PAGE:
Advances in Transfusion Safety: 2001 : Paul-Ehrlich-Institute, Langen, Germany, June 7 and 8, 2001

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Fred Brown, Rainer Seitz
Karger, 2002 - Medical - 145 pages
This symposium highlighted the principle that blood transfusion is an entire process and not a single product, requiring haemovigilance and quality assurance from 'vein' to 'vein'. The prevention of contaminated blood and blood products was a major focus. Today's blood services provide remarkably safe therapeutic products that are virtually devoid of transmissible enveloped viruses. However, the risk of bacterial infection, especially in platelet concentrates, is probably underrated and may warrant routine sterility testing or universal pathogen inactivation without incurring the loss of the therapeutic functions of blood products. The unknown risk of prion transmission requires precautionary measures, including leukocyte depletion that may otherwise be beneficial in some patients. The methods for universal pathogen inactivation continue to evolve with some of them due to be licensed for use in the treatment of blood products. Stem cell transplantation portends a new chapter in haemotherapy. However, the question that no one has seriously addressed is the threshold of benefits commensurate with escalating costs that could lead to the unavailability of blood transfusion as an affordable therapy. This publication provides state-of-the-art reviews of hot topics to transfusionists, haematologists, virologists, and scientists in the plasma industry and regulatory authorities, and illustrates how the International Association for Biologicals continues to serve contemporary issues in science and society.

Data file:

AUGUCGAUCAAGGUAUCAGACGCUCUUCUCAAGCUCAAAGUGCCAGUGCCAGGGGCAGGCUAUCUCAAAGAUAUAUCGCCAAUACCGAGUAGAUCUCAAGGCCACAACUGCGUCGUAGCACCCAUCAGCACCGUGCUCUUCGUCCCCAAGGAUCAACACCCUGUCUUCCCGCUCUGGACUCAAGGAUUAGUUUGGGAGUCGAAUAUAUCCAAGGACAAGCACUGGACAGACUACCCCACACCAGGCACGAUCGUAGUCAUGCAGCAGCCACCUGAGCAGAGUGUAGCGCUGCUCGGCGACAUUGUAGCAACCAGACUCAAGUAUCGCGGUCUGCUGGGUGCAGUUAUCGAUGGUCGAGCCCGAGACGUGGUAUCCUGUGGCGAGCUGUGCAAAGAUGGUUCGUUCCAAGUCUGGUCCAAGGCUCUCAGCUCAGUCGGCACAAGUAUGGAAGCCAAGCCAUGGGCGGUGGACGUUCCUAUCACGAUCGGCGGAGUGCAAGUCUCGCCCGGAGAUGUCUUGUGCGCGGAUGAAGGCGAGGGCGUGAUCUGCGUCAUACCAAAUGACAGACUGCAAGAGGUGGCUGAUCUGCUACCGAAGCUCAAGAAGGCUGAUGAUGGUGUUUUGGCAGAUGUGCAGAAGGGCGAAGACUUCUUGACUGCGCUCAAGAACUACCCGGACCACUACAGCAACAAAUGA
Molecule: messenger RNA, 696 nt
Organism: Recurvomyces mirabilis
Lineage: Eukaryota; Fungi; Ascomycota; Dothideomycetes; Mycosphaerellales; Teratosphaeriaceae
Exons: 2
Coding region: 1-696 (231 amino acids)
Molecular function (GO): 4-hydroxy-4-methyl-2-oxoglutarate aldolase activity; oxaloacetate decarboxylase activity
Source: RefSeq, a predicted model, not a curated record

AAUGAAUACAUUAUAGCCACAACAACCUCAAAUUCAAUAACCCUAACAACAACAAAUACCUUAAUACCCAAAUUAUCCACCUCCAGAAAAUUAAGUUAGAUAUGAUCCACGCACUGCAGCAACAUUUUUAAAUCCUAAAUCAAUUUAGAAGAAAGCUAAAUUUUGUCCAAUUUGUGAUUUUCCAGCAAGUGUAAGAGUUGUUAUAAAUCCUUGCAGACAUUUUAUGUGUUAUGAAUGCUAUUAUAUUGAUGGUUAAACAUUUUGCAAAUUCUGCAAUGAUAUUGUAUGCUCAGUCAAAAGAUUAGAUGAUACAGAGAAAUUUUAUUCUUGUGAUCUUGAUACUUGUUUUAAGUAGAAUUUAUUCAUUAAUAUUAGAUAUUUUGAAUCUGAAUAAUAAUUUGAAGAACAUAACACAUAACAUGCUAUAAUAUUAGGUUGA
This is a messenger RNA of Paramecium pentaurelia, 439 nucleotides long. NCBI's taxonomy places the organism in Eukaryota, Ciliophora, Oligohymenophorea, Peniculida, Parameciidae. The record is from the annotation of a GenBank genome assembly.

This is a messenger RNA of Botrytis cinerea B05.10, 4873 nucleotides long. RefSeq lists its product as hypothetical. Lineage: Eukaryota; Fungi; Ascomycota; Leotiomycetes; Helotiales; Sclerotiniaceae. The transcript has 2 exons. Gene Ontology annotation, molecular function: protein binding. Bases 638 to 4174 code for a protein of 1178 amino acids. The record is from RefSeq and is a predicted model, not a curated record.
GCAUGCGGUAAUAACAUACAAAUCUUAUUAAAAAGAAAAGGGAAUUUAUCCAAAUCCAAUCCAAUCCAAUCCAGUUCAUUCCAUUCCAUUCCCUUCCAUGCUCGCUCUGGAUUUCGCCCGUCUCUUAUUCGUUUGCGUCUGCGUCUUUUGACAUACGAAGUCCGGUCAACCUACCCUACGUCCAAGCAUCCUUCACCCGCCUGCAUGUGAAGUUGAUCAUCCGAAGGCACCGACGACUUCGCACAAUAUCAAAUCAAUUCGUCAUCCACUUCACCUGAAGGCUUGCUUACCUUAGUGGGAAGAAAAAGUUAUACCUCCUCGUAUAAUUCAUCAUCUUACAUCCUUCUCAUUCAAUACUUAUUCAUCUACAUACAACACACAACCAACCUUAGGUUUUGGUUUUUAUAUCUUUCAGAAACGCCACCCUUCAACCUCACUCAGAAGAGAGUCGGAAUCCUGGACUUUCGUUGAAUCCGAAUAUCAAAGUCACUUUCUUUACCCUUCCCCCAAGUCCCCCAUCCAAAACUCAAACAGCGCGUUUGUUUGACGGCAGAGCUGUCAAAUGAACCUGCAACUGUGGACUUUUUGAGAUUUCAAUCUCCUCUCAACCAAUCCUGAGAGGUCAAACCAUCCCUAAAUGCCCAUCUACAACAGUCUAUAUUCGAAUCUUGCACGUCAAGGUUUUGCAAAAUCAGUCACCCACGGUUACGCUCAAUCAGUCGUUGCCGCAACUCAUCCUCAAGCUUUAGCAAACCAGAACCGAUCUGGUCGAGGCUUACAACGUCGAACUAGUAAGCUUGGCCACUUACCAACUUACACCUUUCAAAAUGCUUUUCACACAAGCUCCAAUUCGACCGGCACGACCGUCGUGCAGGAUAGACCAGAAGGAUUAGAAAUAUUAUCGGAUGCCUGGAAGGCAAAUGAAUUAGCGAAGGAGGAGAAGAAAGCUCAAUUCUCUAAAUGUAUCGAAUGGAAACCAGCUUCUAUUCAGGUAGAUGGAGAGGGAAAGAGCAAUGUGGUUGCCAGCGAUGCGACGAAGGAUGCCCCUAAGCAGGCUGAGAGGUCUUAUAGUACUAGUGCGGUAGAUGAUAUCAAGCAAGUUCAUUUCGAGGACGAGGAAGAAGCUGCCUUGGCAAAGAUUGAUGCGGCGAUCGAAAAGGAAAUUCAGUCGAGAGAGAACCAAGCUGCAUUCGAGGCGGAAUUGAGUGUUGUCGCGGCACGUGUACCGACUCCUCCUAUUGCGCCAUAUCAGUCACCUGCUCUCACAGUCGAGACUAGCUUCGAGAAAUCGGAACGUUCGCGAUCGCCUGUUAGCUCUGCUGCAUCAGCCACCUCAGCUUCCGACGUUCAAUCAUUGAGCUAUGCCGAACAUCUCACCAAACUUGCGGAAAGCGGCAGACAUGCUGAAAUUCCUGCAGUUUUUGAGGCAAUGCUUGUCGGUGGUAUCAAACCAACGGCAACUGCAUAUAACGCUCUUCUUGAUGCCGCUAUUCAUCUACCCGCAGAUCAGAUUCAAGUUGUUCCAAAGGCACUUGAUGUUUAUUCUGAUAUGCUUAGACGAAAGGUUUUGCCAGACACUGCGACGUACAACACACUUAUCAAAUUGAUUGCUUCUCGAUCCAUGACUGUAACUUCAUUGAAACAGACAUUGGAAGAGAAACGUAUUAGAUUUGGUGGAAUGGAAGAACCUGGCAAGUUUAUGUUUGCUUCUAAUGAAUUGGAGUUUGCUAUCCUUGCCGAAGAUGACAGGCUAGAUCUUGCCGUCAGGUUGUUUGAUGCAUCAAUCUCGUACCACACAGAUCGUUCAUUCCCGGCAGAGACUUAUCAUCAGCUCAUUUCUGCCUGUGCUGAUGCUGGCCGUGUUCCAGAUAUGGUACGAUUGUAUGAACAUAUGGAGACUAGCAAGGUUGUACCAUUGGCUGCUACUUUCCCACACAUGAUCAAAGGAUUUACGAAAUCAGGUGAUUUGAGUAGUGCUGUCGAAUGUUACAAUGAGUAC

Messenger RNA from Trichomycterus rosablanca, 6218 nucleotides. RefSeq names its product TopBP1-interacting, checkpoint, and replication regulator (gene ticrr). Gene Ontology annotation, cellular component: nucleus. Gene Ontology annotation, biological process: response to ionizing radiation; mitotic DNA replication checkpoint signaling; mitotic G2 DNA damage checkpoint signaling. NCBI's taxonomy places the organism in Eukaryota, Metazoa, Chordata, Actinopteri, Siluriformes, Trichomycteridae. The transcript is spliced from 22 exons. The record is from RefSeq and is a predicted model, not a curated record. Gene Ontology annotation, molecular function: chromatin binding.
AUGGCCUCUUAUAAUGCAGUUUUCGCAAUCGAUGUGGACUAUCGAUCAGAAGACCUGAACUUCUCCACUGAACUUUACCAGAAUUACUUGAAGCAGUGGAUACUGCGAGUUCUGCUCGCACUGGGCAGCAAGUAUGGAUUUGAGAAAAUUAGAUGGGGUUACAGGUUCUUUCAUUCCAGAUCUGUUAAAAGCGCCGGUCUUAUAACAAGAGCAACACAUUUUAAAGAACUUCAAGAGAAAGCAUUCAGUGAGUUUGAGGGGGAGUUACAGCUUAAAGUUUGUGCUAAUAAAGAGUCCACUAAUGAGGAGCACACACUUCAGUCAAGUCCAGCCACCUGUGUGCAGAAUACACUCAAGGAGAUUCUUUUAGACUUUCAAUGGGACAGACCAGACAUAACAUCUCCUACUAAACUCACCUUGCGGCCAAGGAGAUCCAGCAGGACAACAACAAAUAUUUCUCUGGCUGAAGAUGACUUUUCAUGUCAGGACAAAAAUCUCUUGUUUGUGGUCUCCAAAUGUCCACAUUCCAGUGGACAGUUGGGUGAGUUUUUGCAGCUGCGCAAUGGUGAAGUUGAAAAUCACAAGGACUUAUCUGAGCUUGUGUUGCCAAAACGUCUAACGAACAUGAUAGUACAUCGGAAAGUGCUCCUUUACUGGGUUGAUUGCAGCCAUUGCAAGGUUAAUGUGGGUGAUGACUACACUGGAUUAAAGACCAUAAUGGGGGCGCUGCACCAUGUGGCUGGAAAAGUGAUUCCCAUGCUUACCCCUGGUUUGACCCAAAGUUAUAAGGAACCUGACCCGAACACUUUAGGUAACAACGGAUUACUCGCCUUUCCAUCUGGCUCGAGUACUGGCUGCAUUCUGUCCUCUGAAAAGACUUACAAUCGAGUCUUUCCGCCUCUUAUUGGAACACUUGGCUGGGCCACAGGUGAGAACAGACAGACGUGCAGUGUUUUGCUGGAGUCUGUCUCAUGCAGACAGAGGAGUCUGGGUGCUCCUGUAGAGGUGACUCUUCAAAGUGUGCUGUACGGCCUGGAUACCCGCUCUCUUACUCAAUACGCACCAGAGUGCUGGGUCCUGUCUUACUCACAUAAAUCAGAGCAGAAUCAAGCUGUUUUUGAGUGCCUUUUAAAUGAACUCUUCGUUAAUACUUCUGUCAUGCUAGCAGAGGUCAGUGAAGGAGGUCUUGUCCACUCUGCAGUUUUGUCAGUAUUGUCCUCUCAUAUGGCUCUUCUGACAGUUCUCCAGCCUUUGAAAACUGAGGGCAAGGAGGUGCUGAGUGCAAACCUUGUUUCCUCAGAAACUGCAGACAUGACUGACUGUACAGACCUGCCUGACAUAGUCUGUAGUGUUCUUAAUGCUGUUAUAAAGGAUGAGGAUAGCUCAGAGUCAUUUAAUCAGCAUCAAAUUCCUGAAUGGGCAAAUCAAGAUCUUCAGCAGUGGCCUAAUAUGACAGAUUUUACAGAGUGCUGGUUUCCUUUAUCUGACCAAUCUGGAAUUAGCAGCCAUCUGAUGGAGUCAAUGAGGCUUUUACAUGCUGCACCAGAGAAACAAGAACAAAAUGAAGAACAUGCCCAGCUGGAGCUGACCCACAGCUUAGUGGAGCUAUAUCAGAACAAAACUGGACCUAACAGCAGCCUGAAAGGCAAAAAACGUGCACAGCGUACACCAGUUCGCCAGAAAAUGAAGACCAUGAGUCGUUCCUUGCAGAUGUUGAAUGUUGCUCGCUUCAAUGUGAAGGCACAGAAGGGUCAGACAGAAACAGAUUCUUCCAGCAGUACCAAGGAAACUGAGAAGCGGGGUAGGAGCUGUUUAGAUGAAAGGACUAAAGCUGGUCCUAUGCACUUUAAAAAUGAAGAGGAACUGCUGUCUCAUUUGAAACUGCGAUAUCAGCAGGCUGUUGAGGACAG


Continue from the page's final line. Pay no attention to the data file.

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Safety of Donors and Recipients and Haemovigilance
Transfusion Safety 2001
a View of a Transfusionist

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